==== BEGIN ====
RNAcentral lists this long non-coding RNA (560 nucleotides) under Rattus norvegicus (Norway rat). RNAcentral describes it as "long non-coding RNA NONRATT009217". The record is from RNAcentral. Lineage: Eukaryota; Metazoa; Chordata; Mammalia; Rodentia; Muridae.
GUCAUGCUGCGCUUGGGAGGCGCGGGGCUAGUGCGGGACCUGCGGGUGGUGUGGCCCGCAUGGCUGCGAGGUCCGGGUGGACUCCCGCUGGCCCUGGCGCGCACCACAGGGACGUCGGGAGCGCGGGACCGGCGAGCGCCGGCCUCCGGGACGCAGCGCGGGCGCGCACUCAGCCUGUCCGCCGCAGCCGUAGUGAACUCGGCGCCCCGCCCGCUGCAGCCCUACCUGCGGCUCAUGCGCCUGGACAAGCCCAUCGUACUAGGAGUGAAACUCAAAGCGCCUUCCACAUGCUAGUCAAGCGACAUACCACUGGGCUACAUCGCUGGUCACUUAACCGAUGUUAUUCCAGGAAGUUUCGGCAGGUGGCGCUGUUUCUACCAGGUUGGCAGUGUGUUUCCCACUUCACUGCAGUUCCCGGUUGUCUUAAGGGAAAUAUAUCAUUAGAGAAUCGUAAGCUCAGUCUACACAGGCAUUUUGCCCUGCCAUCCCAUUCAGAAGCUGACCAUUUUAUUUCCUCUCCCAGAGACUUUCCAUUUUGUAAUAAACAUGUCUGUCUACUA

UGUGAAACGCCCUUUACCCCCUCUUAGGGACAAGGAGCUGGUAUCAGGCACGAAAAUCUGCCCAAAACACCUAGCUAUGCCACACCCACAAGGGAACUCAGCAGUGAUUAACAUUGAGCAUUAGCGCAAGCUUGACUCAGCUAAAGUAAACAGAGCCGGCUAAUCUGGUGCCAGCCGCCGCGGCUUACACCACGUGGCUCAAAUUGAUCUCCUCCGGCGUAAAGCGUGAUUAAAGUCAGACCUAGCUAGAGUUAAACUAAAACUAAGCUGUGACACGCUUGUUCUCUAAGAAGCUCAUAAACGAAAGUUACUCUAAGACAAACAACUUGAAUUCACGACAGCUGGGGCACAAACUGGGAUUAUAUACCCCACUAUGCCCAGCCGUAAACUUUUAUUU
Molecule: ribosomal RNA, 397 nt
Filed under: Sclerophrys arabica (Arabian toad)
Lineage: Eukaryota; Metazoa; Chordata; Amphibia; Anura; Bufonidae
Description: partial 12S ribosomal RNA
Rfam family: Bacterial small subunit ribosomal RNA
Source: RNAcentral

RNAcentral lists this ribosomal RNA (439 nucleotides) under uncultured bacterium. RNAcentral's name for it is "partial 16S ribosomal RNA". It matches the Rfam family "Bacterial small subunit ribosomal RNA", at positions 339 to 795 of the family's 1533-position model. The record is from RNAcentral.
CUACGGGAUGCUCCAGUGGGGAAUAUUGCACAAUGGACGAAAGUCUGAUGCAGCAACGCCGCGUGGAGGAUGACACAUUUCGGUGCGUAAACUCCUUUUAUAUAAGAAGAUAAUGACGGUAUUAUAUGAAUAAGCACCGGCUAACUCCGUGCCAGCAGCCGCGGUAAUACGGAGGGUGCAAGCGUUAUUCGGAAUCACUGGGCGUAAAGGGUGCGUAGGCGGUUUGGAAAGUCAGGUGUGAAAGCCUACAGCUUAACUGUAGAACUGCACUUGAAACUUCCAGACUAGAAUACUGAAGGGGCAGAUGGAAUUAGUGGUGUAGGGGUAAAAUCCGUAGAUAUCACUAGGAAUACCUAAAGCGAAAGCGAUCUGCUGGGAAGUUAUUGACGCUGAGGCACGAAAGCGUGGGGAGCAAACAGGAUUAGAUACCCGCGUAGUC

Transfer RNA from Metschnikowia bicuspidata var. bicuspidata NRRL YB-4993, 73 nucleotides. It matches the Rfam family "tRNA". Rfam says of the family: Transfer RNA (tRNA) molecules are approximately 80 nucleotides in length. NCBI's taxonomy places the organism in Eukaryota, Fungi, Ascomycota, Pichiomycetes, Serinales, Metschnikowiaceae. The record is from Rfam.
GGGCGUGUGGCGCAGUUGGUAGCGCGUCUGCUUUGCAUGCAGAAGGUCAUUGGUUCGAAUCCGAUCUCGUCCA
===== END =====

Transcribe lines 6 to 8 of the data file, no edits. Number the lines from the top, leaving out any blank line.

Lineage: Eukaryota; Metazoa; Chordata; Amphibia; Anura; Bufonidae
Description: partial 12S ribosomal RNA
Rfam family: Bacterial small subunit ribosomal RNA